What does it mean to “know” God?
There’s a nice passage that we like to quote and send to people and post on our Facebook pages: “Be still, and know that I am God” (Psa 46:10 NIV)
But perhaps you’re like me and you’ve struggled with the concept of “knowing” God. Perhaps you were told that you ought to know God, but when you look around, you can’t see him, you can’t feel him, you can’t hear his voice; you can’t see any evidence of his existence.
That was pretty much my experience, so I embarked on a journey where I resolved that I would either end up being an atheist or I would find God and some days I don’t know whether I’m going mad or whether I’m busy attaining enlightenment and perhaps by the end of this article you’ll think I’m mad too. But I think perhaps it’s a little bit of both, hopefully more of the latter, but at this point I can relate a lot with something that the Sufi Mystic, Rumi said: “I looked in temples, churches and mosques, but I found the divine within my heart.”
I can relate with this because the more I’ve searched and read and pondered these things – all the while searching for the divine – the more I’ve turned inwards and discovered that the divine has been in me all along.
The concept of the divine indwelling isn’t foreign to Christian thought; Jesus himself said that “The kingdom of God is within you” (Luk 17:21 NIV) and Paul often referred to people, not buildings, as being the temple of God, but the way I always understood it in a Christian context is that God is something other than me, a being who somehow lives in me, but is still separate from me, but there’s more to it. In our vocabulary, the word “know” demands that there be a subject and an object – the knower and the known, in this case me, the “knower” and God, the “known”, but what if knowing in it’s truest sense means that any supposed boundary between the so-called knower and the known disappears and there is only the knowing?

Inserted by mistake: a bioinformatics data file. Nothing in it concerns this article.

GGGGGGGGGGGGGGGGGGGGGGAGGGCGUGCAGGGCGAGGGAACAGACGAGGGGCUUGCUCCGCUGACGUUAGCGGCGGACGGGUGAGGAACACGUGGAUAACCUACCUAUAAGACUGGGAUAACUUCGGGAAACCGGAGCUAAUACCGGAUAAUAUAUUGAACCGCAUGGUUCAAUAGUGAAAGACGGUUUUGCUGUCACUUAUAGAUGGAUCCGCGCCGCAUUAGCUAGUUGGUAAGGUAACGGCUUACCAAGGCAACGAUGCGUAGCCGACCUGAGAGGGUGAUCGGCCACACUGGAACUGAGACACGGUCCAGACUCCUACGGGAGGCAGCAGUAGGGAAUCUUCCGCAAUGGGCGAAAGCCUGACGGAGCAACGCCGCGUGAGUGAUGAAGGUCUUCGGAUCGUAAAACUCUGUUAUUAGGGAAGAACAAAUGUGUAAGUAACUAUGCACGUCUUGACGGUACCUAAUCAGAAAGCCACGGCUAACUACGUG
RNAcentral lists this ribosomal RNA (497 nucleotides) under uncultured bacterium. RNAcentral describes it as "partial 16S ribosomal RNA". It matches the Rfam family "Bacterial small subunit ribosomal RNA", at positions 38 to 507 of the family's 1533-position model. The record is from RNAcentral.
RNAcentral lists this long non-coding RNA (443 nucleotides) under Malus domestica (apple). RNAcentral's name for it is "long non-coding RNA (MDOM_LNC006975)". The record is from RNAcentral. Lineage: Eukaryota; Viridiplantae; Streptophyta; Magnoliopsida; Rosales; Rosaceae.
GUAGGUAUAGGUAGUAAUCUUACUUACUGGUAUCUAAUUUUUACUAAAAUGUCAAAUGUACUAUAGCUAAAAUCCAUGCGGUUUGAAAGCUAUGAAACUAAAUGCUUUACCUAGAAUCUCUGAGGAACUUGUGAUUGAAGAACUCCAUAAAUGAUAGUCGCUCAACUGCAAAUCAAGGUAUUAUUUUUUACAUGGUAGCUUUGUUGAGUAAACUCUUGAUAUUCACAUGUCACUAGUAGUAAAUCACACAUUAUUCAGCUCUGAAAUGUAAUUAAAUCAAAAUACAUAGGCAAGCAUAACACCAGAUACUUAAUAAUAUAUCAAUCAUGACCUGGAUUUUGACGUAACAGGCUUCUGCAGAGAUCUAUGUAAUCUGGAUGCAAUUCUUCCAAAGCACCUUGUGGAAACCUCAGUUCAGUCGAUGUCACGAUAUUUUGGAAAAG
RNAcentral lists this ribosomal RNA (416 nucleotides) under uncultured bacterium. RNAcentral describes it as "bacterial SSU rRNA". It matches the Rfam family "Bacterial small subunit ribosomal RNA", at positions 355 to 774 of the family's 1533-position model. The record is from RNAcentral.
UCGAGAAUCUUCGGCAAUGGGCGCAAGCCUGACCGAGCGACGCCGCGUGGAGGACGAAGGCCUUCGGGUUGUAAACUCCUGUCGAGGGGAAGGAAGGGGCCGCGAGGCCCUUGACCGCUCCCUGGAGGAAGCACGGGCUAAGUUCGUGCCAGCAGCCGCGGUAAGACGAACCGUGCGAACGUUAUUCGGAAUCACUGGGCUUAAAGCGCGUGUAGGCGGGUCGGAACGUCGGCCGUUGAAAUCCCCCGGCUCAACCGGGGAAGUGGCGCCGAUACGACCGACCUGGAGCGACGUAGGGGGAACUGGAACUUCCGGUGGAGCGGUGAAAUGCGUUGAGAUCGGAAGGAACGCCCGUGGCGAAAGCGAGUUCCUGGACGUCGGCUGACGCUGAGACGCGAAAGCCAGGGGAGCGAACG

This might be hard to grasp, so a good image to use here would be that of sex. As a father of two sons, I do worry about my sons growing up in a world where sex has become an object that can easily be attained via the click of a button and I’m not sitting on a high horse here, telling you not to watch porn; I’ve watched a truckload of porn in my life and I can tell you from my experience that when “I”, the subject begin to view “you” as the object, my perception of healthy sexuality becomes warped, because during sexual intercourse in it’s healthiest form, any supposed boundary between subject and object is supposed to disappear – the two become one; there is no longer an ego that separates, dominates or tries to possess the other as an object; we are completely naked and vulnerable – we “know” each other.
And so it is with God – the moment God becomes an object to be grasped, God ceases to be God. True union implies that there is no boundary between subject and object.